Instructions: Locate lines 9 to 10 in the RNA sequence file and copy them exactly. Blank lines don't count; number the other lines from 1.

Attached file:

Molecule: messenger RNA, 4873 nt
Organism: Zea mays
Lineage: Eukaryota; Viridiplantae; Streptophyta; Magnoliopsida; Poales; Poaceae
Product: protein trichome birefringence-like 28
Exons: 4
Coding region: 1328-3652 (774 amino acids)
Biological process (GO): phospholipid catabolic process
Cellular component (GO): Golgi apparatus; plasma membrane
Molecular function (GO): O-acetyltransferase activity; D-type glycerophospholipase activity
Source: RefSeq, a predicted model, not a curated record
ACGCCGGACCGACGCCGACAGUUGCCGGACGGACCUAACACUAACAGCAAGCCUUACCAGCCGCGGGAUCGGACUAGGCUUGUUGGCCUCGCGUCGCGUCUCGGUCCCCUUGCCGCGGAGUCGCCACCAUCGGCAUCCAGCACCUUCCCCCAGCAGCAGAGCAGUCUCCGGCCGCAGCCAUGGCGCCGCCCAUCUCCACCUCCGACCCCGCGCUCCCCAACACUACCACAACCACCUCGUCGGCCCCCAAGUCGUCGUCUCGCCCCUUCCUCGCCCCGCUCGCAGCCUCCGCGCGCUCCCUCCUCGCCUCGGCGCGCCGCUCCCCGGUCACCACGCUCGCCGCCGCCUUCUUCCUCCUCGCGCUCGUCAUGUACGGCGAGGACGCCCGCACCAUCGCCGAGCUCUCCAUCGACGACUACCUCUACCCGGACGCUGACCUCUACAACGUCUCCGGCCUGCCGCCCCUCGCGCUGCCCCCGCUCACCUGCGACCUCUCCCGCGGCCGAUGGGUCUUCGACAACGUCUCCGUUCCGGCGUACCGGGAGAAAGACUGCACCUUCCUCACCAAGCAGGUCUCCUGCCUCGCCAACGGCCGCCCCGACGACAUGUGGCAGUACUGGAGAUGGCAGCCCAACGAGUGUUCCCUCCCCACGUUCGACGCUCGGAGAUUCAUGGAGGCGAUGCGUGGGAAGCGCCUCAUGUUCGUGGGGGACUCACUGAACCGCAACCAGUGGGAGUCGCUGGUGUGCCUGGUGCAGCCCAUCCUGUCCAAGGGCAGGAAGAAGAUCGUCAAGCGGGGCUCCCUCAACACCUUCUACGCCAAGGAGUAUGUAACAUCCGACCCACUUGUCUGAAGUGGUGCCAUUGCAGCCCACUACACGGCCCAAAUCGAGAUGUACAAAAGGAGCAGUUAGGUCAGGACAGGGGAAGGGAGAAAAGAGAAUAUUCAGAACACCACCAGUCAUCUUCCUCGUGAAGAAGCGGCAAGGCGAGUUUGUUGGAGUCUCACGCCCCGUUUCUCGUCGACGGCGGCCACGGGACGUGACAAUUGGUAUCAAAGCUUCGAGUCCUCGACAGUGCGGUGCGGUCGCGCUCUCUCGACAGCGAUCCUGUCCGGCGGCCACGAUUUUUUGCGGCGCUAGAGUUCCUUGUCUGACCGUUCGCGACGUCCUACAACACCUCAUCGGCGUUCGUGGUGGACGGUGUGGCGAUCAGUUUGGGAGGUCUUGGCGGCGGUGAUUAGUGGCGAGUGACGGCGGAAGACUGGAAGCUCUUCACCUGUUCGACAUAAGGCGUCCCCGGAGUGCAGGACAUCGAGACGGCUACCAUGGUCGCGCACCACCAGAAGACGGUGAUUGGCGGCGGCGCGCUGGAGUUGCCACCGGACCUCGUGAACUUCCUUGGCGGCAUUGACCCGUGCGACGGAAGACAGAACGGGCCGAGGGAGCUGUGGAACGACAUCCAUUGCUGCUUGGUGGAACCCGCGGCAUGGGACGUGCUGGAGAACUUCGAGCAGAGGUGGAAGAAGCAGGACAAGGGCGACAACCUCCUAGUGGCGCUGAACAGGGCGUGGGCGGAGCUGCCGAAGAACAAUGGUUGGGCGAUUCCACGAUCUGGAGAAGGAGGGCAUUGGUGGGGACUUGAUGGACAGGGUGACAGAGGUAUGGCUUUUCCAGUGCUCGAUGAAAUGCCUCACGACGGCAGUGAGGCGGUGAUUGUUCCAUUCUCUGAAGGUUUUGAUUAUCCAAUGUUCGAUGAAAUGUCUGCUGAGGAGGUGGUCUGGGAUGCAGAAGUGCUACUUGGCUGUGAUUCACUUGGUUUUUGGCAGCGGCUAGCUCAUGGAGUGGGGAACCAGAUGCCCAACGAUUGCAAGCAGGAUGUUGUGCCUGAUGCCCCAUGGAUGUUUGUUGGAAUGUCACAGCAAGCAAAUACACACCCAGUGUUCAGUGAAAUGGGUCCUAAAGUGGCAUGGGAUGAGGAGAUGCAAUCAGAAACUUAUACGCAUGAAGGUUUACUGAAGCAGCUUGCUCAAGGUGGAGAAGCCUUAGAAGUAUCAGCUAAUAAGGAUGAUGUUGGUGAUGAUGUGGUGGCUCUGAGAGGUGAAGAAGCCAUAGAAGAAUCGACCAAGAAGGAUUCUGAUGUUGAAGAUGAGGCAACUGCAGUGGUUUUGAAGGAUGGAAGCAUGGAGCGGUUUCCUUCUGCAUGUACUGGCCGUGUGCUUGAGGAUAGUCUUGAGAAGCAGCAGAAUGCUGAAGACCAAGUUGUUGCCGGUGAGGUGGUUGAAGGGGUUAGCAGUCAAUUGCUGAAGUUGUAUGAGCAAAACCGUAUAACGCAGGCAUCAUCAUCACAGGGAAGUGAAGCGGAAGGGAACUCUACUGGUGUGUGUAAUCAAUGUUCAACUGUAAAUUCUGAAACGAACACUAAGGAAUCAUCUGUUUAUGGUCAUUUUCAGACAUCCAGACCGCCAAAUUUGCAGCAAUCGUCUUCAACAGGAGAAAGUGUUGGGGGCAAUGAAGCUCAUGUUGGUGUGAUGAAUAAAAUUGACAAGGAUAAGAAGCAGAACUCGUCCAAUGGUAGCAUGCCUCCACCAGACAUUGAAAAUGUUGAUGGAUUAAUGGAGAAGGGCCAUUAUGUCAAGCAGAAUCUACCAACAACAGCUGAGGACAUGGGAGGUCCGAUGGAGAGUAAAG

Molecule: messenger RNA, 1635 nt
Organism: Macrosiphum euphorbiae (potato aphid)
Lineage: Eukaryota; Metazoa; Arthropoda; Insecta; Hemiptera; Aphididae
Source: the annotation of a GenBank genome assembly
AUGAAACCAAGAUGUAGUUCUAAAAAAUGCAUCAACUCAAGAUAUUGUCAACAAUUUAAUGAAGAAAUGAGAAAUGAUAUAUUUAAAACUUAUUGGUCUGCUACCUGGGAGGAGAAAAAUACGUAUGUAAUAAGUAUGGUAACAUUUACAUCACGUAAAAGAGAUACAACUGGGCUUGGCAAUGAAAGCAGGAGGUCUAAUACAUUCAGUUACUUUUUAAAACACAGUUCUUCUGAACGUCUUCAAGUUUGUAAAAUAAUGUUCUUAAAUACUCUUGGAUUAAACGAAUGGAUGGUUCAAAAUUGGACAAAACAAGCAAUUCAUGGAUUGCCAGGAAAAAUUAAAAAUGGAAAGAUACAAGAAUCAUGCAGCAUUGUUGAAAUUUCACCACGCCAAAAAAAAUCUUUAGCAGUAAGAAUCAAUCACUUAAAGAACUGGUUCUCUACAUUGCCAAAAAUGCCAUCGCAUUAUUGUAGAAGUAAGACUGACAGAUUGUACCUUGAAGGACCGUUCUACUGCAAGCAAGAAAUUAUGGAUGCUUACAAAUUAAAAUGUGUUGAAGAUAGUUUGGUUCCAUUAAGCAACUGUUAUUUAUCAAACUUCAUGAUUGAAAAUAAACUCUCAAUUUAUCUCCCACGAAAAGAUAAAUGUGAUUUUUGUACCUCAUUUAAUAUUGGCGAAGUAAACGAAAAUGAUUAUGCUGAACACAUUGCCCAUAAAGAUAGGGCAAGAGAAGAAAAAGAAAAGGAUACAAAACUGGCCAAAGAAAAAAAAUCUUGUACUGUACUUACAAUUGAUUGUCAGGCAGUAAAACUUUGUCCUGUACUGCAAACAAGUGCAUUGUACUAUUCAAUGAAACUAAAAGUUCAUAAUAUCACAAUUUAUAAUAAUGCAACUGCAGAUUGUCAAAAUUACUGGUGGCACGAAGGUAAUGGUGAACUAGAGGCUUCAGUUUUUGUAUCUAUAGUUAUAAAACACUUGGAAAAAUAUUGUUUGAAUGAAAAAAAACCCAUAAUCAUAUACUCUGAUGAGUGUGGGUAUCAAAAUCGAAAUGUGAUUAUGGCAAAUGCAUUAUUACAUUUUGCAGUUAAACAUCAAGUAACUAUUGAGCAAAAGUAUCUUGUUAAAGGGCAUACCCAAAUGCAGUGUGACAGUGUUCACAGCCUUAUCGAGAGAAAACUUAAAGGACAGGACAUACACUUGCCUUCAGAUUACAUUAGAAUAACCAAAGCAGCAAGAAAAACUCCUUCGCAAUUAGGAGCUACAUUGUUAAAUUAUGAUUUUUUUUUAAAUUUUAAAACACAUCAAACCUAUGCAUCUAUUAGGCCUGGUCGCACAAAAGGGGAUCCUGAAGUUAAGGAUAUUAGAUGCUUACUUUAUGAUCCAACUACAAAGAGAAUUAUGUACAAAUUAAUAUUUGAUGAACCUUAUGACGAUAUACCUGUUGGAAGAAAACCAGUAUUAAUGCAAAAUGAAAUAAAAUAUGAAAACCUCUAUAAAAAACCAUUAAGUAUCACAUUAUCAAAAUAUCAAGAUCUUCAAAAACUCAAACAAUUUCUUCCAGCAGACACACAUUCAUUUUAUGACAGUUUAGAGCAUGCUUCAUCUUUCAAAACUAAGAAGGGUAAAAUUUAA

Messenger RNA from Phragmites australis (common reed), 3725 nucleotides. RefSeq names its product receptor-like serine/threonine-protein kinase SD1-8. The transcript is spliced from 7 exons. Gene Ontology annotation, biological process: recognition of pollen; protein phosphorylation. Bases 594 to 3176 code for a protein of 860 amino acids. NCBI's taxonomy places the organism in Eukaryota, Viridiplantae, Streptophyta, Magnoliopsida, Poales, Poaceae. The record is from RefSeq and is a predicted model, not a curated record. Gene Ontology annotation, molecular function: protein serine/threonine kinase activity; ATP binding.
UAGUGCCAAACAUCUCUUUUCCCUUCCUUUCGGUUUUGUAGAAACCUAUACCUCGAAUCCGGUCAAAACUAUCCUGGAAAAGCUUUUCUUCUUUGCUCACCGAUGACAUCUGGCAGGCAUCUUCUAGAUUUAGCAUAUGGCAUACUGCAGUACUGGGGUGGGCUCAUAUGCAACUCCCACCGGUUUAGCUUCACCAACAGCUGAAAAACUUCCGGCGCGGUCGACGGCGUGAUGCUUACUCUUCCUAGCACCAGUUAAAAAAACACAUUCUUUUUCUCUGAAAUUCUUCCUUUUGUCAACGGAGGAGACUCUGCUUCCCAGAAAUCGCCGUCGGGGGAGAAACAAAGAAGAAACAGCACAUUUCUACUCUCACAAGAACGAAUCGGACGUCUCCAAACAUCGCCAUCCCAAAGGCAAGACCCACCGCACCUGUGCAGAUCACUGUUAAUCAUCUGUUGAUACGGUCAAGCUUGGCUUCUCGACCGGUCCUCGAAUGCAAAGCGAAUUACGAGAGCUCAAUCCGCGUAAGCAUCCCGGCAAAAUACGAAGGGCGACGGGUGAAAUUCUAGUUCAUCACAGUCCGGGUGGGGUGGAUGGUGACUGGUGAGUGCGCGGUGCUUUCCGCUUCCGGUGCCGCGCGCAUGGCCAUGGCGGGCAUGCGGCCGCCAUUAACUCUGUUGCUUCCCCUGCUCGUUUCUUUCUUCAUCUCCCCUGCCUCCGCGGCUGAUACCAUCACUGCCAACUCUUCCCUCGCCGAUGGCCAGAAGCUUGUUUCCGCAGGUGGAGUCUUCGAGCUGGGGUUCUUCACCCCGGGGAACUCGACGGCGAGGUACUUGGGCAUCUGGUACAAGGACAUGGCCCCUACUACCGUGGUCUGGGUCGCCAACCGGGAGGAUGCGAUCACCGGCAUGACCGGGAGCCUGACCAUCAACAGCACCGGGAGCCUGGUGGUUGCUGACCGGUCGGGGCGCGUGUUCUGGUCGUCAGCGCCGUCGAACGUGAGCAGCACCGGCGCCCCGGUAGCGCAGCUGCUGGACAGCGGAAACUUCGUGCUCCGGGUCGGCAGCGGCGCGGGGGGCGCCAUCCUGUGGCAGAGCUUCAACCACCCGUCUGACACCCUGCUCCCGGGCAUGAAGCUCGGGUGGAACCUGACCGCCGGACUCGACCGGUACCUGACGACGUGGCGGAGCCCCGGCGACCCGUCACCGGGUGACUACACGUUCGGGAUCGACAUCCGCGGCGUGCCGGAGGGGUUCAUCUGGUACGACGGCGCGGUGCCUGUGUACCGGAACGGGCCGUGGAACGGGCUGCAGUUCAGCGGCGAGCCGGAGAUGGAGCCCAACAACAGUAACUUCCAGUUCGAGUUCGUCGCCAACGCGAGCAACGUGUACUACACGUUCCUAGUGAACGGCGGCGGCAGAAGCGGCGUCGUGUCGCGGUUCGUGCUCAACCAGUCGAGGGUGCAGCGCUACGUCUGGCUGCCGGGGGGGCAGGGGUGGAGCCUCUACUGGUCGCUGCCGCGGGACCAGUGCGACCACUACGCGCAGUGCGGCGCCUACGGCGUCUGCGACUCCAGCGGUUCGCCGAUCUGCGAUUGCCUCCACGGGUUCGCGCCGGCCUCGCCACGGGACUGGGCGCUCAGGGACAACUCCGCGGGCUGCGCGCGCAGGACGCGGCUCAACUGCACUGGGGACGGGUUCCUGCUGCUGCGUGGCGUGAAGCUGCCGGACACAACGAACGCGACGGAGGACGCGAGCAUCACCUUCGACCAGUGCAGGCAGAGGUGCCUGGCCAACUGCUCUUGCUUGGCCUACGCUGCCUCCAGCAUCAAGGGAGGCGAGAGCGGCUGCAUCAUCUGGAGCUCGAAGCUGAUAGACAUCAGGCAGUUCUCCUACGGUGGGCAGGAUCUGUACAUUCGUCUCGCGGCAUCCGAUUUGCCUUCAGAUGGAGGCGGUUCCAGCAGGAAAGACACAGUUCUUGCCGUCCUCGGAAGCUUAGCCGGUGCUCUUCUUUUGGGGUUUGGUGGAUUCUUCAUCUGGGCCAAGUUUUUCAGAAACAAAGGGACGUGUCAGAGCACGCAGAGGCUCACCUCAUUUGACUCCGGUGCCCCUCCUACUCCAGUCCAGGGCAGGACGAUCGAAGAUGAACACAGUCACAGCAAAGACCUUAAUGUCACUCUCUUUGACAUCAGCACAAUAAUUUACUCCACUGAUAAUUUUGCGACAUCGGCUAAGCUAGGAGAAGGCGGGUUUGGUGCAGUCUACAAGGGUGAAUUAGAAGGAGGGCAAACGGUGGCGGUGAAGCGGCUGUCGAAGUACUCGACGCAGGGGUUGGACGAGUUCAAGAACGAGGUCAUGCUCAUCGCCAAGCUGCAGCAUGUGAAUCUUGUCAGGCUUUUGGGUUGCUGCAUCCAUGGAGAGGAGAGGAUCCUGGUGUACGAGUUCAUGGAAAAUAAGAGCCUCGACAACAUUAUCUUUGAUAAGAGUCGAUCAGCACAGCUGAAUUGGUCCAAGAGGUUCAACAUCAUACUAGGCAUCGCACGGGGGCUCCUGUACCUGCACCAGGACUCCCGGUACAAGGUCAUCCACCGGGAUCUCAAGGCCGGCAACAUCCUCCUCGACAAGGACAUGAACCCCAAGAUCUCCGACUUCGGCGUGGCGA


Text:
Molecular function (GO): O-acetyltransferase activity; D-type glycerophospholipase activity
Source: RefSeq, a predicted model, not a curated record